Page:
A Mukherjee World View



By Anamika Mukherjee

It got off to a bad start, in a way. Thinking our train was scheduled to leave at eight, we reached the station well in time at 7:20 p m. Only to find that our train's ETD was actually ten. Reading error. The 2000 of the date printed on the ticket looked like it referred to the ETD that followed.

Well, it's better than reaching the station two hours late, we consoled ourselves as we waited. And it gave us time to catch up on our reading.

It was a book on Hampi I was reading and that's where we were headed. The overnight train, which left punctually at ten, reached Hospet, the railhead closest to Hampi, a couple of hours late the next morning. So it was almost nine by the time we paid off the auto that dropped us to our hotel at kamalapur, and entered the lobby.

Arriving at Hampi

This hotel was a curious affair. It had huge grounds and a good half-km walk up the long straight drive from the compound wall and gate, to the building. The grounds, unfortunately, were full of scrub. Inside, the building was spacious and airy, but down to earth, with no pretensions. The rooms were basic: tiny twin beds, third rate furniture, including an easy chair which had an indefinable look and feeling of dirt, as though no one had sat in it or dusted it for years. Such suspicions were lent some weight by the state of the bathroom: the toilet seat had mudspots. Everything looked chipped, dirty, dysfunctional and unused.

In the bedroom, the tiny cupboard, so small I could almost look over the top of it, did nothing to dispel the feeling. It smelled stale and musty. For want of any other space, we had to use it to keep clothes. The only other horizontal surfaces were a rickety chair which we had dumped one bag on, and the tiny dressing table which held the other.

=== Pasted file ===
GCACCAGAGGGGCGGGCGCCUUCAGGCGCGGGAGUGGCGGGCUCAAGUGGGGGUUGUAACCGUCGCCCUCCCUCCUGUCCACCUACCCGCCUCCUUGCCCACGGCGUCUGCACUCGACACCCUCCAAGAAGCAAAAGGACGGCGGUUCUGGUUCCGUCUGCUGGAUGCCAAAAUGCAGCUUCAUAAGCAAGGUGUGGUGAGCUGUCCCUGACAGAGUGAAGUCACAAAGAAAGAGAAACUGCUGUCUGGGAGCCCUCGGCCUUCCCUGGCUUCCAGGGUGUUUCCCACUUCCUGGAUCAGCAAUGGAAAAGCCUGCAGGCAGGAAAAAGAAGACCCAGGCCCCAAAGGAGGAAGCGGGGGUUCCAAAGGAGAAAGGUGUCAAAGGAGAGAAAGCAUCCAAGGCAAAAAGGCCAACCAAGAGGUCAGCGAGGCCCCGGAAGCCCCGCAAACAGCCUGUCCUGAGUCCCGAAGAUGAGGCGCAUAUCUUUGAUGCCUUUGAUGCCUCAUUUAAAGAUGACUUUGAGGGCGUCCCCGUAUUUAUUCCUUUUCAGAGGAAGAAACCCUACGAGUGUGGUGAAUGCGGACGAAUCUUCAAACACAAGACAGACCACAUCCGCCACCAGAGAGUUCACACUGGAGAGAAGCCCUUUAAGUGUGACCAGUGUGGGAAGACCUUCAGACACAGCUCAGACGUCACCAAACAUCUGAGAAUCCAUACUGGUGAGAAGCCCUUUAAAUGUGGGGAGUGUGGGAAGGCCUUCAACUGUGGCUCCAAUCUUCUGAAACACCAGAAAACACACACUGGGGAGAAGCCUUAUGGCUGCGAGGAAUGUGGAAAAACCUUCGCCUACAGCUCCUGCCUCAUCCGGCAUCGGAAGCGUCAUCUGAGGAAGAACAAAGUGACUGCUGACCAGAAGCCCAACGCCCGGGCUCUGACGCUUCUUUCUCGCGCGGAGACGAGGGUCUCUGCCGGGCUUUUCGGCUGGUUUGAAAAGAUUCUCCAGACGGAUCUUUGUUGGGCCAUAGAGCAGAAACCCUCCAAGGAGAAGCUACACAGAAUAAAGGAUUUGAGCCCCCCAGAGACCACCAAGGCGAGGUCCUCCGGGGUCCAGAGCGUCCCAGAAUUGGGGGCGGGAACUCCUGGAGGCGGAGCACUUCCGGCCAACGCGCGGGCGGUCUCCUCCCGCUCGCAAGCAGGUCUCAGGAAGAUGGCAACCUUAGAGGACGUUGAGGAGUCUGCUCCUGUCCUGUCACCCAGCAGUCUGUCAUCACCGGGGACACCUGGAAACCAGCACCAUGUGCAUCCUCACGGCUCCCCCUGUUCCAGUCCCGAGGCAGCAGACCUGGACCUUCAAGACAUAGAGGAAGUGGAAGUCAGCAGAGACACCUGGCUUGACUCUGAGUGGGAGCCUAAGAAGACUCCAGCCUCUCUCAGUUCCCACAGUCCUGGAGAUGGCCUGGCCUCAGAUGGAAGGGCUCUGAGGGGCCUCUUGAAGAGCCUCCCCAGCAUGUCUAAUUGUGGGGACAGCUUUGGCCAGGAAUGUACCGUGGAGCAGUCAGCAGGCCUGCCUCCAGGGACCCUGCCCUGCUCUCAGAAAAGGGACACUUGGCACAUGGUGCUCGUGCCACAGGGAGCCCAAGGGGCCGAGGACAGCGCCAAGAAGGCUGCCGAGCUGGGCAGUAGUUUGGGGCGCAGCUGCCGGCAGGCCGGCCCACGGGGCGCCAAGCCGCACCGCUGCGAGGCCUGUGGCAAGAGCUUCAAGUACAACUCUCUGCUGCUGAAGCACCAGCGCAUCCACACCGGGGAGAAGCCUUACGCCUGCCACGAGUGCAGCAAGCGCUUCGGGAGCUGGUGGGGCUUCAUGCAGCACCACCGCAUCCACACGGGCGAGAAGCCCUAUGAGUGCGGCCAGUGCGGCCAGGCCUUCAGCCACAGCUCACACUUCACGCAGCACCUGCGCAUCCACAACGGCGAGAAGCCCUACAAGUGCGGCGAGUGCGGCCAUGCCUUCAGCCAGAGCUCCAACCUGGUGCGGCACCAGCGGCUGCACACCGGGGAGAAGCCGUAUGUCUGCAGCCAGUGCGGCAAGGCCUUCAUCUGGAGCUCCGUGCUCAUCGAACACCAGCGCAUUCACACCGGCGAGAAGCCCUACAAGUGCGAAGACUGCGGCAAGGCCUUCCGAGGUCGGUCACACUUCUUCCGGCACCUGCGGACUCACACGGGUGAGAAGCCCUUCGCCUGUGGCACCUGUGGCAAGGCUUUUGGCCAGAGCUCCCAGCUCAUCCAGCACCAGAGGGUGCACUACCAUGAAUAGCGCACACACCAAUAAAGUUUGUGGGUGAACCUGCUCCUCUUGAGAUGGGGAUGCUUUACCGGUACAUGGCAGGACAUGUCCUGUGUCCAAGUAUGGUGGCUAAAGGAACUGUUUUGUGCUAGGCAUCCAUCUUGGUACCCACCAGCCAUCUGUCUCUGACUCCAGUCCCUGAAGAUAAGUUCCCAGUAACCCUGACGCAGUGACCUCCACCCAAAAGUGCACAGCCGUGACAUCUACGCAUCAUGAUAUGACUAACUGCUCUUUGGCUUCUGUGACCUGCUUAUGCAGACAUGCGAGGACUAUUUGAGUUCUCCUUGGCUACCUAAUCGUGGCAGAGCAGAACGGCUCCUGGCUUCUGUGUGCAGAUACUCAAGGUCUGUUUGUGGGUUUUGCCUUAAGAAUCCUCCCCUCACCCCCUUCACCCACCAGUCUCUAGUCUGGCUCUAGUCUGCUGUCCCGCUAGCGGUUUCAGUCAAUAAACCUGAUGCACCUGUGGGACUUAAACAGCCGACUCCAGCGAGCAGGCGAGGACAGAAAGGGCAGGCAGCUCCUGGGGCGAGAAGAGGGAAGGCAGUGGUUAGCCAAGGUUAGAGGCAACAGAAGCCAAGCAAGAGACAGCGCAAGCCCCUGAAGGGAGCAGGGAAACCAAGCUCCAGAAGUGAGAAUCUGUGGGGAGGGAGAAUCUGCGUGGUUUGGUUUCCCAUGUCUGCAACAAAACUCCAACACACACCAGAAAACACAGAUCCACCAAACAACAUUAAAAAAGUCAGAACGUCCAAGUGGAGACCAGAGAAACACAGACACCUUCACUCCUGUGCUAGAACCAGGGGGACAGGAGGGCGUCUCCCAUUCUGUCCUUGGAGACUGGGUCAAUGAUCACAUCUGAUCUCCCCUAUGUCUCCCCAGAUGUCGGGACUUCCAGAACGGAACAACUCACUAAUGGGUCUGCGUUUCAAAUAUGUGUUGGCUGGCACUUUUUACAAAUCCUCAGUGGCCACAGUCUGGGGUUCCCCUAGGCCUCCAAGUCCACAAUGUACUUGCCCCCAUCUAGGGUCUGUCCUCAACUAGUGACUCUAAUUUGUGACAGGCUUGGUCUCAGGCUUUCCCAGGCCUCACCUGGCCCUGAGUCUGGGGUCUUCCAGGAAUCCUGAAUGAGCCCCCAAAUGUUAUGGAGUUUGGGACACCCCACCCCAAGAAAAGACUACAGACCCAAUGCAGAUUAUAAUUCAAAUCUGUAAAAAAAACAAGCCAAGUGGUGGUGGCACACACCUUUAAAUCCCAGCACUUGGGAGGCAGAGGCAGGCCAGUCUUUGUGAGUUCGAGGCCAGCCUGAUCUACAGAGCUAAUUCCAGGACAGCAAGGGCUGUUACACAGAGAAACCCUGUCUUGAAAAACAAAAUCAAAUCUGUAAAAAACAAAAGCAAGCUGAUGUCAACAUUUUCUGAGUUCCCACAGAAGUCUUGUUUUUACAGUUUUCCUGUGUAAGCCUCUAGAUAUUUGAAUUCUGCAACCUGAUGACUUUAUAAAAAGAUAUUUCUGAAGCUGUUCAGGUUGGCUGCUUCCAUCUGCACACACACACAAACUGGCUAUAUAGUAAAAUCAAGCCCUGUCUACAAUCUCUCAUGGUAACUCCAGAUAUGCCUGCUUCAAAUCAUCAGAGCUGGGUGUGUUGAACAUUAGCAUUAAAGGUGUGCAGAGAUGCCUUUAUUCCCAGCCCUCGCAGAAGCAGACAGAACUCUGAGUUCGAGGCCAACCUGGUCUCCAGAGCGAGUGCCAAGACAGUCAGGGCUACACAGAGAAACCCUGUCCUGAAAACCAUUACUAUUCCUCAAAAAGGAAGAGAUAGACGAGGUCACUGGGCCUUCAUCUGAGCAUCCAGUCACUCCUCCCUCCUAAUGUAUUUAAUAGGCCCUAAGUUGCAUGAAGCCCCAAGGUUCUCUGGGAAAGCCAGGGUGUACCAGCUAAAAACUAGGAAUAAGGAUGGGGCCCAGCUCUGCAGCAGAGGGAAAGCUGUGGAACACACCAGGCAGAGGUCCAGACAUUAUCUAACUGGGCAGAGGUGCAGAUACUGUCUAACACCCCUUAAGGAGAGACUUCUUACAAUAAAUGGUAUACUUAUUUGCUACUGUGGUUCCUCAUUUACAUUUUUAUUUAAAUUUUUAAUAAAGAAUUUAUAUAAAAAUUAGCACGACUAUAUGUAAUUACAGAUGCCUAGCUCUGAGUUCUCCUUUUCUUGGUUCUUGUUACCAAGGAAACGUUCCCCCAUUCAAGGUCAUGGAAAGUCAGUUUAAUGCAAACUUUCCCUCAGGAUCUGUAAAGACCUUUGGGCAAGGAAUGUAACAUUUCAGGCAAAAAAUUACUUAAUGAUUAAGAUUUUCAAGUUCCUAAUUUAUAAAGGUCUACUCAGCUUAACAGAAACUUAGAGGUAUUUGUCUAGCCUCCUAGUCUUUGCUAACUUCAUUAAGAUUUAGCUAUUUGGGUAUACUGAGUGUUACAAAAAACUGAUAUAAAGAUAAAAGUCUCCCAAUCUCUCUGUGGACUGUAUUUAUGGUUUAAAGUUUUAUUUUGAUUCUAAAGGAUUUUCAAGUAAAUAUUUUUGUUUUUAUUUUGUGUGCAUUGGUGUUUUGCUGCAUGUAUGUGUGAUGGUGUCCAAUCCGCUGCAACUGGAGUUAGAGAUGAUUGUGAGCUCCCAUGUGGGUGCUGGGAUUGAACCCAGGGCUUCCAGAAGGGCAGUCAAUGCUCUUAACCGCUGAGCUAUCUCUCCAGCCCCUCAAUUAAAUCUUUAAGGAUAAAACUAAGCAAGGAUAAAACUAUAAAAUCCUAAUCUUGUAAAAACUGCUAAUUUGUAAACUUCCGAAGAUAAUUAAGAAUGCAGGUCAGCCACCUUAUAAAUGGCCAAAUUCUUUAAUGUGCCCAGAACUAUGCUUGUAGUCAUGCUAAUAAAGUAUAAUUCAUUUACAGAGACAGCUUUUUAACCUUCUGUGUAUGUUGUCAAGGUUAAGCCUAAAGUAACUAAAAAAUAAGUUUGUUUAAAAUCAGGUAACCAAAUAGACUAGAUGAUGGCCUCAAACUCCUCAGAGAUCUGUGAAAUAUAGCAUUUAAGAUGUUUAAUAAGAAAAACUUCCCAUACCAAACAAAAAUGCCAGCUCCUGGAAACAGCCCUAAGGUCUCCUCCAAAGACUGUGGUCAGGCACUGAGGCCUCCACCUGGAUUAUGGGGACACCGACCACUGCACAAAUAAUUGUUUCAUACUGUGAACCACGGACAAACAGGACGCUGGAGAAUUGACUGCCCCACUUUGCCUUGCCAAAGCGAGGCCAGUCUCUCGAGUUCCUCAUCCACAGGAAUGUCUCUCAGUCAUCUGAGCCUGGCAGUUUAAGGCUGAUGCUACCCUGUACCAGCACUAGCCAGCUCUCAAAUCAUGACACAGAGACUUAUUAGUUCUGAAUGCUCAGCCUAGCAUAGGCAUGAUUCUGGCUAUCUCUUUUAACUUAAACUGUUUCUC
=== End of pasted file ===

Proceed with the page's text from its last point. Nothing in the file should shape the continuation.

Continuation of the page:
Adding to the overall decrepitude, there was a threadbare patch in the wall-to-wall carpeting which so startlingly resembled a lizard as to give me quite a shock the first several times it caught my eye in passing.

We quickly freshened up and left the room in search of greener pastures. Breakfast - it now being after nine and we having awakened on the train earlier than six - was in order. We found the dining room and seated ourselves on the rickety wooden chairs with shredded upholstery (the handiwork of the kittens who hung around in search of food, we later discovered) arranged around sunmica topped, table-cloth-less rickety wooden tables.

The breakfast menu was scanty and when the food came (scrambled eggs for Amit, bhurji for me, toast, six slices, no butter at the exorbitant cost of Rs 90!) it was indifferent, to say the least. The toast and scrambled eggs had got cold waiting for the bhurji, which was hot, but rather resembled a little bit of egg with one's onion. The scrambled eggs came in a bowl; the bhurji in a plate. When I idly wondered why, Amit ventured it was because the bhurji wouldn't have fitted in a bowl, due to all the onions.

Ninety rupees the poorer and quite resentful of it, we left on a long walk. Our plan, such as it was, was to walk as far as we could, see as much as we could and when the light faded, to come back. Lunch, we thought, we'd grab on the hoof. But things didn't quite turn out as planned. (Why is it that they never do?)

Mid-March was the wrong time of year to visit Hampi. This city of ruins, the seat of the Vijayanagar empire of yore, seemed to be in its element, resplendent in the bright sunshine, with its golden attire of sand and stone. But it was still the wrong time of the year for visiting, the wrong season for walking in the burning sun intensified and magnified by the huge, hot rocks. Mostly undeterred, though, we set off to discover the treasures of this city of yore, determined to make the most of the two days we had set aside for it.

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Hampi on the Map

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Copyright 2008 Amit and Anamika Mukherjee. All rights reserved.